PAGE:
I think I’m not explaining it well. Everything you’ve suggested, I am already doing. I don’t use functions for business logic, but if I have:

private function getValueFromHeader($request, $headerLabel, $headerValueLength)
{
    if ($request->hasHeader($headerLabel)) {

        // get string from header
        $headerValues = $request->getHeader($headerLabel);
        $value = array_shift($headerValues);

        // match on first non valid char, then ! the if statement
        $match_pattern = "/^[A-Za-z0-9]{" . $headerValueLength . "}$/u";
        if (preg_match($match_pattern, $value))
        {
          return $value;
        }
    }
    return false;
}

I don’t want to maintain/duplicate that function in multiple classes, so I don’t want a ‘manager data class’ and a ‘staff data class’. I would like to implemented it in a single employee data class, and then subclass to get my manager and staff classes where I can override some functions. Currently, I’m doing it exactly as you’ve suggested, I have to duplicate this and similar functions because there’s no code sharing between manager and staff classes.

If this were straight PHP then I’d just follow normal inheritance (employee->manager, employee->staff, employee->staff->temp). I think what I’m asking is, how is this best done with Slim ?

My goal is to avoid maintaining duplicate code.


#6

OK, after some playing around I think I’ve got options. I might use a combination of class inheritance and traits, or one or the other. This, for me, removes most or all duplication of code that I’m running into. I won’t bother with git submodules, but I will use separate index and settings files, allowing easier de-coupling of the two api endpoint groups (possibly even manager.myapi.com, staff.myapi.com).

src\app\manager\controllers
src\app\manager\datastore
src\app\manager\middleware
src\app\staff\controllers
src\app\staff\datastore
src\app\staff\middleware
src\app\common\controllers
src\app\common\datastore
src\app\common\middleware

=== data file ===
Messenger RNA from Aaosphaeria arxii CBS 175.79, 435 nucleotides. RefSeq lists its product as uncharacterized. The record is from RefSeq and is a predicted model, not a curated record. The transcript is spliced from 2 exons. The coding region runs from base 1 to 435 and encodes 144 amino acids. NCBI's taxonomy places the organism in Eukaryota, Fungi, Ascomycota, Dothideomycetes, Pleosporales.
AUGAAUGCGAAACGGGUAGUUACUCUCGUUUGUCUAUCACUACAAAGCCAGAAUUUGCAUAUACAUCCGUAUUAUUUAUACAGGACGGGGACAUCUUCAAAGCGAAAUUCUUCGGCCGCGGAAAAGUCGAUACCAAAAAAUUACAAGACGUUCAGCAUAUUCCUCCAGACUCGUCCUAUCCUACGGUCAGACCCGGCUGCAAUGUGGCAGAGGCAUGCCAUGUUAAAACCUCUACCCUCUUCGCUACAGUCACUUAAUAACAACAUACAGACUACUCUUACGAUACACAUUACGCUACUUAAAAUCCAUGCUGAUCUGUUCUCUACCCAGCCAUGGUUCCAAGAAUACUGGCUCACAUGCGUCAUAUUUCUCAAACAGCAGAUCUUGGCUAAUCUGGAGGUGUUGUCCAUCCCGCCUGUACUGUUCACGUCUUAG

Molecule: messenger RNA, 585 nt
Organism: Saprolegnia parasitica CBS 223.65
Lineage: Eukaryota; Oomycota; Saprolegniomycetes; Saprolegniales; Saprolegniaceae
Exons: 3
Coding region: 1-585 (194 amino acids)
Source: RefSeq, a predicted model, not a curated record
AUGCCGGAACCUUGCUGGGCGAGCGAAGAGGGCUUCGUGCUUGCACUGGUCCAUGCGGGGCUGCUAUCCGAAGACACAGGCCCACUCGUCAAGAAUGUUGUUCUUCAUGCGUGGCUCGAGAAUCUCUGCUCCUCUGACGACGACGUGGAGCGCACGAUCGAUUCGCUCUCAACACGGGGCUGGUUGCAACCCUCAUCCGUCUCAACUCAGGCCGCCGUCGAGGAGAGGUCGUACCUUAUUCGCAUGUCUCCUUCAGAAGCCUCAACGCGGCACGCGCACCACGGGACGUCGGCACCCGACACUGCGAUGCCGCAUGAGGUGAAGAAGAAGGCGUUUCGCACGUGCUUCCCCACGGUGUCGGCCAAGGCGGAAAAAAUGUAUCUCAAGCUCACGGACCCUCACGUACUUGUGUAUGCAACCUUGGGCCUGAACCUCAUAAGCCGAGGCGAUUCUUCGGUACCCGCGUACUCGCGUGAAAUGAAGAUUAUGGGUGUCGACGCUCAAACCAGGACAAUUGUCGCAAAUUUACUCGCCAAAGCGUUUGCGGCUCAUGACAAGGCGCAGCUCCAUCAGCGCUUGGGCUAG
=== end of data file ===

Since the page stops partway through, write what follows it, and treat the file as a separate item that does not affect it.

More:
src\app\common\traits
src\public\manager_index.php
src\public\staff_index.php
src\manager_settings.php
src\staff_settings.php

so, not real code, but it’s the gist of it. For anyone who might be trying a similar thing.

namespace Manager\Controllers;

class Manager extends \Common\Controllers\Employee {

    use \Common\Traits\stringValidation;  // trait

    public function __invoke($request, $response, array $args) {

        $id = $request->getAttribute('identity');

        if ($this->isValidEmployeeIdentifierString($id)) {  // use method from trait

            $msg = $this->getGeneralEmployeeMessage($id); // use method from parent class
            $msg .= " you are a manager";
            return $response->withStatus(200)
                            ->getBody()->write($msg);
        }

        return $response->withStatus(404);
    }
}

namespace Staff\Controllers;

class Staff extends \Common\Controllers\Employee {

    use \Common\Traits\stringValidation;

    public function __invoke($request, $response, array $args) {

        $id = $request->getAttribute('identity');

        if ($this->isValidEmployeeIdentifierString($id)) {  // use method from trait

            $msg = $this->getGeneralEmployeeMessage($id); // use method from parent class
            return $response->withStatus(200)
                            ->getBody()->write($msg);
        }

        return $response->withStatus(404);
    }
}